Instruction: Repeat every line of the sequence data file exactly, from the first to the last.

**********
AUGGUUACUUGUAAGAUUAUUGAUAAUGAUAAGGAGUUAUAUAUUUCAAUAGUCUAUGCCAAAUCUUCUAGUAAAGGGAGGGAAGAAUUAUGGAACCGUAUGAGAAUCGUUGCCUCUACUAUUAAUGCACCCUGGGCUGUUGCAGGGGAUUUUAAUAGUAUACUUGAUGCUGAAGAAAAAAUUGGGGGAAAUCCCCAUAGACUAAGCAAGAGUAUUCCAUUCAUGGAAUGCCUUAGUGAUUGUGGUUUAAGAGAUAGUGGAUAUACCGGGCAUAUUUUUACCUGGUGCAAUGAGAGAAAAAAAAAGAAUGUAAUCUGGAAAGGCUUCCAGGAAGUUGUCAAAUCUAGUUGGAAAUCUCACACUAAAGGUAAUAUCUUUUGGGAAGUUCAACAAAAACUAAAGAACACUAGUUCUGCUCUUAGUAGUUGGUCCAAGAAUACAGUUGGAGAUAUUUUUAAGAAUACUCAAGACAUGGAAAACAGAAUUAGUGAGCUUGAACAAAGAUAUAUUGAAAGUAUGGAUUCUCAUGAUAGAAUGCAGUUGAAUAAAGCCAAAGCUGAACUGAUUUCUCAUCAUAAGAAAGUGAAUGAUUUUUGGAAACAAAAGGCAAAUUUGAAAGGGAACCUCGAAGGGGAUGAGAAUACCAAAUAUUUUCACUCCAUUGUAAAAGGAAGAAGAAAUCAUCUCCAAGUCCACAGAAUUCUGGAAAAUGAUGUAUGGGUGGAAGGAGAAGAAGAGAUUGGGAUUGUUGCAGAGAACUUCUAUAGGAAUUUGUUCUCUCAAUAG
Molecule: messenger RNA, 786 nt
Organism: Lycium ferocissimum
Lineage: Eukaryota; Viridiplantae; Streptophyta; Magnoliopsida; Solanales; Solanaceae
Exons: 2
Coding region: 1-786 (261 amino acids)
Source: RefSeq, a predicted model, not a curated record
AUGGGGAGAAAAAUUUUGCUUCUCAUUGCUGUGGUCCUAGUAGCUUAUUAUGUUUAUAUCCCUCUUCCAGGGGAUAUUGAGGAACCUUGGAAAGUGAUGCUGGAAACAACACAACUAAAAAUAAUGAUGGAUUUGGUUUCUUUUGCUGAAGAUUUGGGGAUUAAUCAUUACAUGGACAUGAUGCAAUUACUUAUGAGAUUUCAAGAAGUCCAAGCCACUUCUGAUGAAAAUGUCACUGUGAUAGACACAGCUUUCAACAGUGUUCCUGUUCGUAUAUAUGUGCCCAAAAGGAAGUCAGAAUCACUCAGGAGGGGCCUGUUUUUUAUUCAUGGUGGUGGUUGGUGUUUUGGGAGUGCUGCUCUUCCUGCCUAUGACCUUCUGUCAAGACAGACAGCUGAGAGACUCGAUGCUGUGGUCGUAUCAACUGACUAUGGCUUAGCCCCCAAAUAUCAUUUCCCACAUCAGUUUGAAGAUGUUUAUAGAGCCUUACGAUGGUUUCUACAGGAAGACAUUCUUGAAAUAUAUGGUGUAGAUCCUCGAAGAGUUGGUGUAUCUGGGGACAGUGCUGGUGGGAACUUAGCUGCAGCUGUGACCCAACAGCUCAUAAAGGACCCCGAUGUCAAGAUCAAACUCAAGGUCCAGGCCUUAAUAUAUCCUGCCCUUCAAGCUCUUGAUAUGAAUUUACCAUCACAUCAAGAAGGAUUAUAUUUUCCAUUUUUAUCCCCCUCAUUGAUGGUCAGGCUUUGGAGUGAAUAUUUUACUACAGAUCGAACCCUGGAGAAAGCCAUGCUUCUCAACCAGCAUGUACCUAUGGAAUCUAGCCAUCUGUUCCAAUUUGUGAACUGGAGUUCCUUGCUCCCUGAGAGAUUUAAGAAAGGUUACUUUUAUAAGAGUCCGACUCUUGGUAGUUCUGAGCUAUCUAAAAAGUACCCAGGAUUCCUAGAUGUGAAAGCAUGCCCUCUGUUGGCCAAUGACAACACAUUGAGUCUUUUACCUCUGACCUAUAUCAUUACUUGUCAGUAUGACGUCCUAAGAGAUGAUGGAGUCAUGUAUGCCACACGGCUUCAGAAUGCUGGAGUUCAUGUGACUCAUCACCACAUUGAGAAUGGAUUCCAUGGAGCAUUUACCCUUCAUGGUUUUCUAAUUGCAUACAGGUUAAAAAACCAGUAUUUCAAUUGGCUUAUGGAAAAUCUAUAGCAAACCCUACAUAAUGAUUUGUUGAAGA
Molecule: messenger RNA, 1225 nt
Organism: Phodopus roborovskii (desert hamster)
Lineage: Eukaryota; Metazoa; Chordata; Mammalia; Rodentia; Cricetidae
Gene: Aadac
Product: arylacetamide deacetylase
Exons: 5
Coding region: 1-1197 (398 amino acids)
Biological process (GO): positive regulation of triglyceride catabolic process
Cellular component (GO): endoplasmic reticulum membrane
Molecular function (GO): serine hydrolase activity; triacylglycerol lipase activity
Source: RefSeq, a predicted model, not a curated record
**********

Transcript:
AUGGUUACUUGUAAGAUUAUUGAUAAUGAUAAGGAGUUAUAUAUUUCAAUAGUCUAUGCCAAAUCUUCUAGUAAAGGGAGGGAAGAAUUAUGGAACCGUAUGAGAAUCGUUGCCUCUACUAUUAAUGCACCCUGGGCUGUUGCAGGGGAUUUUAAUAGUAUACUUGAUGCUGAAGAAAAAAUUGGGGGAAAUCCCCAUAGACUAAGCAAGAGUAUUCCAUUCAUGGAAUGCCUUAGUGAUUGUGGUUUAAGAGAUAGUGGAUAUACCGGGCAUAUUUUUACCUGGUGCAAUGAGAGAAAAAAAAAGAAUGUAAUCUGGAAAGGCUUCCAGGAAGUUGUCAAAUCUAGUUGGAAAUCUCACACUAAAGGUAAUAUCUUUUGGGAAGUUCAACAAAAACUAAAGAACACUAGUUCUGCUCUUAGUAGUUGGUCCAAGAAUACAGUUGGAGAUAUUUUUAAGAAUACUCAAGACAUGGAAAACAGAAUUAGUGAGCUUGAACAAAGAUAUAUUGAAAGUAUGGAUUCUCAUGAUAGAAUGCAGUUGAAUAAAGCCAAAGCUGAACUGAUUUCUCAUCAUAAGAAAGUGAAUGAUUUUUGGAAACAAAAGGCAAAUUUGAAAGGGAACCUCGAAGGGGAUGAGAAUACCAAAUAUUUUCACUCCAUUGUAAAAGGAAGAAGAAAUCAUCUCCAAGUCCACAGAAUUCUGGAAAAUGAUGUAUGGGUGGAAGGAGAAGAAGAGAUUGGGAUUGUUGCAGAGAACUUCUAUAGGAAUUUGUUCUCUCAAUAG
Molecule: messenger RNA, 786 nt
Organism: Lycium ferocissimum
Lineage: Eukaryota; Viridiplantae; Streptophyta; Magnoliopsida; Solanales; Solanaceae
Exons: 2
Coding region: 1-786 (261 amino acids)
Source: RefSeq, a predicted model, not a curated record
AUGGGGAGAAAAAUUUUGCUUCUCAUUGCUGUGGUCCUAGUAGCUUAUUAUGUUUAUAUCCCUCUUCCAGGGGAUAUUGAGGAACCUUGGAAAGUGAUGCUGGAAACAACACAACUAAAAAUAAUGAUGGAUUUGGUUUCUUUUGCUGAAGAUUUGGGGAUUAAUCAUUACAUGGACAUGAUGCAAUUACUUAUGAGAUUUCAAGAAGUCCAAGCCACUUCUGAUGAAAAUGUCACUGUGAUAGACACAGCUUUCAACAGUGUUCCUGUUCGUAUAUAUGUGCCCAAAAGGAAGUCAGAAUCACUCAGGAGGGGCCUGUUUUUUAUUCAUGGUGGUGGUUGGUGUUUUGGGAGUGCUGCUCUUCCUGCCUAUGACCUUCUGUCAAGACAGACAGCUGAGAGACUCGAUGCUGUGGUCGUAUCAACUGACUAUGGCUUAGCCCCCAAAUAUCAUUUCCCACAUCAGUUUGAAGAUGUUUAUAGAGCCUUACGAUGGUUUCUACAGGAAGACAUUCUUGAAAUAUAUGGUGUAGAUCCUCGAAGAGUUGGUGUAUCUGGGGACAGUGCUGGUGGGAACUUAGCUGCAGCUGUGACCCAACAGCUCAUAAAGGACCCCGAUGUCAAGAUCAAACUCAAGGUCCAGGCCUUAAUAUAUCCUGCCCUUCAAGCUCUUGAUAUGAAUUUACCAUCACAUCAAGAAGGAUUAUAUUUUCCAUUUUUAUCCCCCUCAUUGAUGGUCAGGCUUUGGAGUGAAUAUUUUACUACAGAUCGAACCCUGGAGAAAGCCAUGCUUCUCAACCAGCAUGUACCUAUGGAAUCUAGCCAUCUGUUCCAAUUUGUGAACUGGAGUUCCUUGCUCCCUGAGAGAUUUAAGAAAGGUUACUUUUAUAAGAGUCCGACUCUUGGUAGUUCUGAGCUAUCUAAAAAGUACCCAGGAUUCCUAGAUGUGAAAGCAUGCCCUCUGUUGGCCAAUGACAACACAUUGAGUCUUUUACCUCUGACCUAUAUCAUUACUUGUCAGUAUGACGUCCUAAGAGAUGAUGGAGUCAUGUAUGCCACACGGCUUCAGAAUGCUGGAGUUCAUGUGACUCAUCACCACAUUGAGAAUGGAUUCCAUGGAGCAUUUACCCUUCAUGGUUUUCUAAUUGCAUACAGGUUAAAAAACCAGUAUUUCAAUUGGCUUAUGGAAAAUCUAUAGCAAACCCUACAUAAUGAUUUGUUGAAGA
Molecule: messenger RNA, 1225 nt
Organism: Phodopus roborovskii (desert hamster)
Lineage: Eukaryota; Metazoa; Chordata; Mammalia; Rodentia; Cricetidae
Gene: Aadac
Product: arylacetamide deacetylase
Exons: 5
Coding region: 1-1197 (398 amino acids)
Biological process (GO): positive regulation of triglyceride catabolic process
Cellular component (GO): endoplasmic reticulum membrane
Molecular function (GO): serine hydrolase activity; triacylglycerol lipase activity
Source: RefSeq, a predicted model, not a curated record